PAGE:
Viktor Frankl's timeless formula for survival. One of the classic psychiatric texts of our time, Man's Search for Meaning is a meditation on the irreducible gift of one's own counsel in the face of great suffering, as well as a reminder of the responsibility each of us owes in valuing the community of our humanity. There are few wiser, kinder, or more comforting challenges than Frankl's.
Martin Luther King's 1963 'I have a dream' speech was a thrilling milestone in the civil rights movement, so enduring that we tend to attribute its searing power to a kind of magic. But Gary Younge's meditative retrospection on its significance reminds us of all the micro-moments of transformation behind the scenes--the thought and preparation, vision and revision--whose currency fed that magnificent lightning bolt in history.
I have no fresh-from-the-oven mother-daughter recollections - only the daily creaking of cans being opened and the sucking sound of gelatinous vegetables splurting from their tin-encased vacuums. Her kitchen was filled with smoke and impatience. ... And so I grew up finding my own path, frying what could not be boiled, winging my way through life without recipes.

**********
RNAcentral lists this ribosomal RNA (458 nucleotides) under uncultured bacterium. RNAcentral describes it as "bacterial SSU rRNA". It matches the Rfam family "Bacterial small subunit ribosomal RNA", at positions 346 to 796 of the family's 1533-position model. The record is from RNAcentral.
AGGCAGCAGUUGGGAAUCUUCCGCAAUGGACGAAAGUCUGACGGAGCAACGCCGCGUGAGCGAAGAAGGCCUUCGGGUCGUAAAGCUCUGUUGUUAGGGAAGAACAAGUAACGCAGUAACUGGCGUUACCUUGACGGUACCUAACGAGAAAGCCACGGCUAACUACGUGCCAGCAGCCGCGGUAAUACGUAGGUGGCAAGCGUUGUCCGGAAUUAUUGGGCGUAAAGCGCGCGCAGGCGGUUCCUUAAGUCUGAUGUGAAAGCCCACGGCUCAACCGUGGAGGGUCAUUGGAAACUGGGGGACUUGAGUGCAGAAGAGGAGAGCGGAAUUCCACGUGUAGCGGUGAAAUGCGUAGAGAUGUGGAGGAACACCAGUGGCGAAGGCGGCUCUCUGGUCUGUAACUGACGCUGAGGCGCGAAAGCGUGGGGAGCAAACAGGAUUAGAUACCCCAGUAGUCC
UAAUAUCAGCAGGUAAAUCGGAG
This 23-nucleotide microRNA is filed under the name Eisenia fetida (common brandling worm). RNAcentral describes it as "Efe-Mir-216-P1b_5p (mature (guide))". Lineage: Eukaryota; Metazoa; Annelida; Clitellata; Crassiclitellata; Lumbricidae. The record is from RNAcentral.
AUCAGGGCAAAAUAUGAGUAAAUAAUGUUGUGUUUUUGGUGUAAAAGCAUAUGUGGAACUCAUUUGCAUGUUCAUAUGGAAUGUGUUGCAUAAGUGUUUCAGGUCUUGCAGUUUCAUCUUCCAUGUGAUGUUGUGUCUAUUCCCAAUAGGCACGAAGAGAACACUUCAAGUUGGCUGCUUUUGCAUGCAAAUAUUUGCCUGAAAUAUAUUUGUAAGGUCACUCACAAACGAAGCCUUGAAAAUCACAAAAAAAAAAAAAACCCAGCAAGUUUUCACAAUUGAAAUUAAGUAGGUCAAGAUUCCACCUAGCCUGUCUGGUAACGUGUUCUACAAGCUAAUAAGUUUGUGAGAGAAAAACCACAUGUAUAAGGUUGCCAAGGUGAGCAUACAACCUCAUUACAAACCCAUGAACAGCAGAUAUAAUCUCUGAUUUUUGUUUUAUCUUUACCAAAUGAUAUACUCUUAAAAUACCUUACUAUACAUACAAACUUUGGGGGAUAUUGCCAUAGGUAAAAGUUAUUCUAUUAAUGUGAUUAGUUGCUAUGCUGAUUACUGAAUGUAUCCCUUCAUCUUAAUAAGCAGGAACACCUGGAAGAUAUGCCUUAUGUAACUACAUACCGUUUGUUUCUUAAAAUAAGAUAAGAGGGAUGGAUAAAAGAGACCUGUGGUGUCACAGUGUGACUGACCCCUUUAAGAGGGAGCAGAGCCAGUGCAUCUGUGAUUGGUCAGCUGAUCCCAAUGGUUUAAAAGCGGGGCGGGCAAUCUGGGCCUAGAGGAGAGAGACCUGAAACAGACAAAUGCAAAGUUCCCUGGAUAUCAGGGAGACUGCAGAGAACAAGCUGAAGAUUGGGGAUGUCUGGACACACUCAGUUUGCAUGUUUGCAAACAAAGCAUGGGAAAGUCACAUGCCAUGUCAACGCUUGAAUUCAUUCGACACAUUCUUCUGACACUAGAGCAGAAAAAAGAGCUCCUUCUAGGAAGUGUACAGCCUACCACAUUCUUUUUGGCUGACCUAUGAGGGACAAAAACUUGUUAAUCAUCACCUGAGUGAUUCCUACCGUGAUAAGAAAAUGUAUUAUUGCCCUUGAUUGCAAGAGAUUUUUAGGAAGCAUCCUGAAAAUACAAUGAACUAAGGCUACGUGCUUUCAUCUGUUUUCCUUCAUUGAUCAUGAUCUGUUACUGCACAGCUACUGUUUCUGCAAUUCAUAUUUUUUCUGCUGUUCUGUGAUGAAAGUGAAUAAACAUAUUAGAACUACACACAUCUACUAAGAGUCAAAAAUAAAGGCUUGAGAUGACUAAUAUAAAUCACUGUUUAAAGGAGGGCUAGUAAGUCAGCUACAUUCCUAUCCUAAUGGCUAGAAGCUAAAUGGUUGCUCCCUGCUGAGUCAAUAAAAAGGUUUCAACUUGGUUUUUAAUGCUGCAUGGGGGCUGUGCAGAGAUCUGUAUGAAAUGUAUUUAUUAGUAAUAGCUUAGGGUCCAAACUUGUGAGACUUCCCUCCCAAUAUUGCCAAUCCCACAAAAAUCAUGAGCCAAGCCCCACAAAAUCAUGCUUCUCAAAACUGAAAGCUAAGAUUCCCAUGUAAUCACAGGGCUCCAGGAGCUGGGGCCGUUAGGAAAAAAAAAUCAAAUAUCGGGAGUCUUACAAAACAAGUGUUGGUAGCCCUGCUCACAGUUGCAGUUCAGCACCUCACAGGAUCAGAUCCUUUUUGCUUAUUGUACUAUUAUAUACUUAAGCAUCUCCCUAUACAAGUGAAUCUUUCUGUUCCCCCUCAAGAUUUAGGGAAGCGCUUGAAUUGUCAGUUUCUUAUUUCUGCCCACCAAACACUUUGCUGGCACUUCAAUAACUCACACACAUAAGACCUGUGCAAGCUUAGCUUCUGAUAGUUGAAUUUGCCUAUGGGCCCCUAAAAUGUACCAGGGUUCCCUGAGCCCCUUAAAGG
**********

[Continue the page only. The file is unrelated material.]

In the law, rights are islands of empowerment. . . . Rights contain images of power, and manipulating those images, either visually or linguistically, is central in the making and maintenance of rights. In principle, therefore, the more dizzyingly diverse the images that are propagated, the more empowered we will be as a society.
the solution to racism lies in our ability to see its ubiquity but not to concede its inevitability. It lies in the collective and institutional power to make change, at least as much as with the individual will to change. It also lies in the absolute moral imperative to break the childish, deadly circularity of centuries of blindness to the shimmering brilliance of our common, ordinary humanity.
Within the world of TV land, into which American life has been reduced as well as reproduced, the phenomenon of the talk show has emerged as a genre located somewhere on the spectrum between coffee klatch and town meeting, or perhaps between the psychiatrist's couch and the crowd scene at a bad accident.